I hate Overdrive. It's non-intuitive. It's ugly. It's hard to use. My library currently has 1031 ebooks, which are shared among three large libraries. It has few new titles.
posted by jeather at 8:26 AM on September 28, 2012


scruss, but how many average people are going to bother with that, especially when they can just re-check the book out, and there's no resale value in those cracked files?

You can also borrow a physical book and Xerox it, and in fact, I often did copy pages that way for notes in college, but doing the whole book would be a giant PITA and possibly expensive especially next to the price of re-borrowing (none!) or even buying a 1.00 paper copy online or in your local used bookstore.
posted by emjaybee at 8:28 AM on September 28, 2012


Overdrive with its Adobe sign in here and create an account and oh,McCain we have some marketing info too? DRM is a tremendous pain in the ass.

Whenever I have to use it, I am tempted to instead download a ridiculously small (tens of megs?), ultra-convenient torrent with nearly every science fiction or programming book.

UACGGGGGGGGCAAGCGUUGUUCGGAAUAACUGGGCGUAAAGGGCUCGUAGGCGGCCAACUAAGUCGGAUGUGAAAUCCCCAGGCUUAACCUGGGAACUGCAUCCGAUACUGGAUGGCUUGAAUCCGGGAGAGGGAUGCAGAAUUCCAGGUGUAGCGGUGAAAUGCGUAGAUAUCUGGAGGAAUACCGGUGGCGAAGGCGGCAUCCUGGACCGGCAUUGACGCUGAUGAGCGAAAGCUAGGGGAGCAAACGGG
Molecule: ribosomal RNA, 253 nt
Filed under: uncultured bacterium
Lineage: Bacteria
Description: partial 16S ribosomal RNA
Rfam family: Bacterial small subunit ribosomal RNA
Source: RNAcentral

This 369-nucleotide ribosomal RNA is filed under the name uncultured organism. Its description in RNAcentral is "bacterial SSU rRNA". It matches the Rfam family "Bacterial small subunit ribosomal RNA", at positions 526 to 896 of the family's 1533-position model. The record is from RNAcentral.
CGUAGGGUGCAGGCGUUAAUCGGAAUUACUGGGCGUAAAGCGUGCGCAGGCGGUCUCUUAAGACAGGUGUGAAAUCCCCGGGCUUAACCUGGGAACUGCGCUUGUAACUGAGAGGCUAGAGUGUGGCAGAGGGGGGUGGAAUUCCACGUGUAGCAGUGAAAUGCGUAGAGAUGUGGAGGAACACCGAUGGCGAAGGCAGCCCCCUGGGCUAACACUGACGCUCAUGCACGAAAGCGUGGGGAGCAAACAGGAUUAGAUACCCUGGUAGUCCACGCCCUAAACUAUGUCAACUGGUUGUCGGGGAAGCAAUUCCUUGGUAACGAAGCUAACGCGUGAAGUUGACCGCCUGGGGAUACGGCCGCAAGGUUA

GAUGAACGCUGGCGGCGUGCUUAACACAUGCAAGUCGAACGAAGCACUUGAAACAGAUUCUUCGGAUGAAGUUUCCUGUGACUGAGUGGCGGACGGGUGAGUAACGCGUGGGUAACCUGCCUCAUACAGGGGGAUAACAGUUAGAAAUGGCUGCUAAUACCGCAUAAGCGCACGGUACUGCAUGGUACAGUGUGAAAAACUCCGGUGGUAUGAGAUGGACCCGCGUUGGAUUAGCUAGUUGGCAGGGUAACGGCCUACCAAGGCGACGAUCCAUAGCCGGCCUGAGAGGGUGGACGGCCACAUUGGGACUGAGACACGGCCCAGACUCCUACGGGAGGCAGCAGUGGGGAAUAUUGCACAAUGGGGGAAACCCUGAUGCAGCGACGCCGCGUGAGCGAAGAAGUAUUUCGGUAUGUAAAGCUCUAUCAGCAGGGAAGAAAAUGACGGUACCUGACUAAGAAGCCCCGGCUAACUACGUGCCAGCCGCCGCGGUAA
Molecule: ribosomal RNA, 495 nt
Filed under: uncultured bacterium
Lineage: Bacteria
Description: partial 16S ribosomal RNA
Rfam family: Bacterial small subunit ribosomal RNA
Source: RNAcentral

posted by zippy at 8:29 AM on September 28, 2012 [1 favorite]


(Er, can we have. But McCain works too I suppose)
posted by zippy at 8:31 AM on September 28, 2012


I personally intend to bypass publishers entirely, download the books I want from PirateBay, and reward the authors directly with a hamper of my home-produced artisnal chutneys.
posted by ominous_paws at 8:31 AM on September 28, 2012 [4 favorites]


Doesn't this end up being more expensive than just buying a print copy?

Naturally, I only do this when it isn't. For instance, copies of On Lisp go for $200 and up. Or the GNU Emacs manual that hasn't been printed at all yet (at the time, for v23.3).
posted by DU at 8:41 AM on September 28, 2012


I'll stick with library genesis thank you.
posted by jeffburdges at 8:58 AM on September 28, 2012


OverDrive + Adobe Digital Editions = suck.
posted by wenestvedt at 10:12 AM on September 28, 2012 [2 favorites]


So, this may be totally naive, but regarding the publishers' complaint that the librarians are not offering any specifics on their proposed business model:

What's wrong with the same model as for non-e-book books?

The library buys one copy for each copy that it wants to be able to loan out simultaneously. If in a country where publishers get paid for each loan-out, they get paid for each loan-out.

Is there something that goes wrong with that model with respect to e-books? Or is it just "but we want to make more money"?
posted by Flunkie at 10:14 AM on September 28, 2012


Is there something that goes wrong with that model with respect to e-books? Or is it just "but we want to make more money"?